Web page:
I never learned to swim.

Looking back, I suppose it seems odd. I grew up in Maryland, but we didn’t live on or even near the water.

That was the fancy side of town, and I wasn’t from it.

And to be honest, I didn’t really know the difference. I made it all the way to my 30s without feeling like I was missing out.

Until one day, my business coach convinced me to sign up for a triathlon. 

I could bike and I could run. But what possessed me to sign up for an open water swimming competition, I still don’t know.

I told him I couldn’t swim, and he assured me that I’d be fine. I just needed some training to get up to speed.

Well.

When I said “I don’t know how to swim,” he heard “I’m not a very good swimmer (which I later learned is what every triathlete thinks when someone says that).” 

He thought maybe my stroke form was off—or worst case scenario, that I would just get in the water and doggie paddle around.

He was so confident that I believed him.

But the first time I jumped in the water . . . I sank like a stone.

As my friends around me helped pull me out, they looked at me and said, “You really can’t swim!”

No kidding.

There were only a few weeks until the big race, and I didn’t want to back out.

So I made a plan.

I would hire a professional to teach me how to swim (starting, literally, with learning to float on my back, just like a little kid). 

I would train every single week at the local YMCA.

I would keep my long-term focus on the race date. But in the short-term, I focused on taking one action, then another. Instead of panicking about how far I still had to go, I only thought about what I needed to do next. 

Here’s how the story ends.

I finished the race—it was a sprint triathlon with a ¼ mile swim, but I got it done.. 

I was dead last out of the water. The kayakers kept asking me if I wanted to be pulled out, but I wasn’t having it.

And then I got out of the water and did the bike and then the run. It wasn’t pretty, but I crossed that finish line.

And then I signed up for another race. And another one. And eventually, I completed an Ironman triathlon, which includes a 2.4 mile swim followed by a 112 mile bike ride and then a 26.2 mile run (which I did with my business coach in Zurich, Switzerland—what a day that was).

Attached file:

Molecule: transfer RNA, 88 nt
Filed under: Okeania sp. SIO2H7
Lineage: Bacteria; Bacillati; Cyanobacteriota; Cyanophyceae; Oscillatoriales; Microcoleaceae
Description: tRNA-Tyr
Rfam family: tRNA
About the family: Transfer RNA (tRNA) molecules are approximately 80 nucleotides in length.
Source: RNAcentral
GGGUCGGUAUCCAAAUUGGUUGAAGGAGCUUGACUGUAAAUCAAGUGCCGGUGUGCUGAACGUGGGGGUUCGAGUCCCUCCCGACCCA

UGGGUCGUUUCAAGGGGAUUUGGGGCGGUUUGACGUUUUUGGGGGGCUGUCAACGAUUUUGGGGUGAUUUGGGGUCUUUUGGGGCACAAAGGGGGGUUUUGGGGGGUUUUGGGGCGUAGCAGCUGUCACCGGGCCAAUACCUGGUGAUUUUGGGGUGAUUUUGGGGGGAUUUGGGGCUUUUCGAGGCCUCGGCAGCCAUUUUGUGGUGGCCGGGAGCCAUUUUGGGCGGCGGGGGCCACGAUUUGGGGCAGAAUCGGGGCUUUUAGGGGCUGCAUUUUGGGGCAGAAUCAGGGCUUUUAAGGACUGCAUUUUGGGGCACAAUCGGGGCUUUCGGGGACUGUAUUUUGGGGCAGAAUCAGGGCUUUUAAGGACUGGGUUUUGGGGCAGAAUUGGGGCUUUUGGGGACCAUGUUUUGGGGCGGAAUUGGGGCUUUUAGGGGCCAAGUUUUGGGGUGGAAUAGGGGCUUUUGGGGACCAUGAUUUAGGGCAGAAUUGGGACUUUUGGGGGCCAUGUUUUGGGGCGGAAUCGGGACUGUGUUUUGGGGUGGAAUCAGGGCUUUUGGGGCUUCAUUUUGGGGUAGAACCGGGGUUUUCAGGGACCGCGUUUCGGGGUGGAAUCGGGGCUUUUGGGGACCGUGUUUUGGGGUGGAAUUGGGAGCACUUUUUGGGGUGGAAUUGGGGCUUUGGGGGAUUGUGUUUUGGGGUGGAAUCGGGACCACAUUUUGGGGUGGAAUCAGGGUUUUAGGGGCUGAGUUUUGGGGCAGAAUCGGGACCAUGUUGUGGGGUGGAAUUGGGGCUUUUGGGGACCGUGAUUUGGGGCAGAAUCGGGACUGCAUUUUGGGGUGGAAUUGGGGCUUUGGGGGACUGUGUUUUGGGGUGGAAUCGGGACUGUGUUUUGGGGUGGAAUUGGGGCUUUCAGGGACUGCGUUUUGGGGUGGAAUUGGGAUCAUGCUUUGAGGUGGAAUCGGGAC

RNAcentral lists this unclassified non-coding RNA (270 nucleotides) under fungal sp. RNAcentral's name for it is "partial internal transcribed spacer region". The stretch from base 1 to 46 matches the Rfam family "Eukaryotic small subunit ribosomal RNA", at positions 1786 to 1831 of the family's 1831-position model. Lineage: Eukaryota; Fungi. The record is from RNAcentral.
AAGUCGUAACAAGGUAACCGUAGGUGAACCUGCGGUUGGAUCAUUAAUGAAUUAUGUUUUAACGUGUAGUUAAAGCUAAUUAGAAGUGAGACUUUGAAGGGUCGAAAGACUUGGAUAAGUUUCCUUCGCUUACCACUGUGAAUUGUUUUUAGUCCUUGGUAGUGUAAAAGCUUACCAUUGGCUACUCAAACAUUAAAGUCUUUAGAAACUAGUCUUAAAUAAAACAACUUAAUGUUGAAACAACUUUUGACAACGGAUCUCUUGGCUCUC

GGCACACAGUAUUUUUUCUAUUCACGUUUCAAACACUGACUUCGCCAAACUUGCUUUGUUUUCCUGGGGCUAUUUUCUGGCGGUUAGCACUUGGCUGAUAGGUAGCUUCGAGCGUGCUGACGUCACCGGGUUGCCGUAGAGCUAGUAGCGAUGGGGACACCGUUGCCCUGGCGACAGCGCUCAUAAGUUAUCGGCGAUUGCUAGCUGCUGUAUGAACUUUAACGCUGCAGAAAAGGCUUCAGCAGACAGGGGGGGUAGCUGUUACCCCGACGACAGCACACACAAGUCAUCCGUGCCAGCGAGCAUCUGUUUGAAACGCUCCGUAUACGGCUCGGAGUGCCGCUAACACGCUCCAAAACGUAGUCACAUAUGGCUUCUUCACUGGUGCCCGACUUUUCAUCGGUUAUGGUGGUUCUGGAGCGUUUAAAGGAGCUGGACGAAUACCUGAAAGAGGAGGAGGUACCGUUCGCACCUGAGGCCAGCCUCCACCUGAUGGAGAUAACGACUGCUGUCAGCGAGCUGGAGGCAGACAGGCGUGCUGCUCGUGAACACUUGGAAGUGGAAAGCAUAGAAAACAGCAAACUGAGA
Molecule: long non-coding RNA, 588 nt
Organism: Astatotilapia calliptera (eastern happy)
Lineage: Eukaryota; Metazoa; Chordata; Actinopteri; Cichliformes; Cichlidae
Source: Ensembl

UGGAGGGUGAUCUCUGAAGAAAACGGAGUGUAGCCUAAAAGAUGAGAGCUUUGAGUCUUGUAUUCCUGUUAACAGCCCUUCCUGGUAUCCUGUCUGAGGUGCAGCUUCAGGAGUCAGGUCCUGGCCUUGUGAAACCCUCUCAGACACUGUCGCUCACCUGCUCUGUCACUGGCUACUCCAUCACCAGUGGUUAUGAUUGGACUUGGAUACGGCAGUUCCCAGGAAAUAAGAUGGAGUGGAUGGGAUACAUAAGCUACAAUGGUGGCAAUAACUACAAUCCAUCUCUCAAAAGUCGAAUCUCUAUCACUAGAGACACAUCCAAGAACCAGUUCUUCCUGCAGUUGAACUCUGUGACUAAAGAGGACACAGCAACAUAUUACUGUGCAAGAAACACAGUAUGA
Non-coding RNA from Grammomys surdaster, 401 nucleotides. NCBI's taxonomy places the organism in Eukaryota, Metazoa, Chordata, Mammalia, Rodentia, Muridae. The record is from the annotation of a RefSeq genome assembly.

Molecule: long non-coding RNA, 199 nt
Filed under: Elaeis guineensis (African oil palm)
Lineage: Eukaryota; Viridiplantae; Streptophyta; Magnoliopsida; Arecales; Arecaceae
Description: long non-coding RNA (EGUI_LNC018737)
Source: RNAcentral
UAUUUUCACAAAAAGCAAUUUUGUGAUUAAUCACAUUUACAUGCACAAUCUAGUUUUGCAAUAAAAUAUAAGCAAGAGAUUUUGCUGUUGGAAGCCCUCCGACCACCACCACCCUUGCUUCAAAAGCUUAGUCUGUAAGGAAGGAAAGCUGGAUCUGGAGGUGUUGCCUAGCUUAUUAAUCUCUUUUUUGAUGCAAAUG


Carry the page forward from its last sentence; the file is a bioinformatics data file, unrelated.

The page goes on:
Me with my business coach, Mark Moses.

And then I completed three more Ironman races, and many other half-Ironmans, marathons, etc. in the years to come.

One of the main reasons I love coaching other business owners is to help them learn from my experiences (and avoid mistakes when they can).

So what are the takeaways from this story?

1. You can do absolutely anything in life if you put your mind to it.  Yes, I know it’s a cliche, but it’s true. Those are words I’ve lived by my whole life, and  you can too. Just start by taking that first step—it all follows from there.

2. The value of working your plan. Every goal requires a series of steps to get there. Developing, and then following your plan, does wonders for your execution. That’s why “Work the Plan” is a core value in every business I own.

3. Get help from an expert. I still remember that first swim lesson with my instructor at the Y. She, too, was surprised by my lack of ability to literally keep my head above water. But not only was she a great swimmer, she was also great at teaching others how to swim. 

4. Hard things are always hardest the first time you do them. Whatever challenge you’re facing in your business now it’s probably not the last time you’ll come up against it. But each time, you’ll be wiser, and tackling those obstacles will get a little bit easier.

Are you ready to learn how to swim (or at least stay afloat) in your business? Let’s talk to see if we can help.

All the best,

Eric Crews
President & Founder
Crews Consulting Group


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Skimmed it? Here’s the recap:
–I didn’t know how to swim.
–Until one day I did.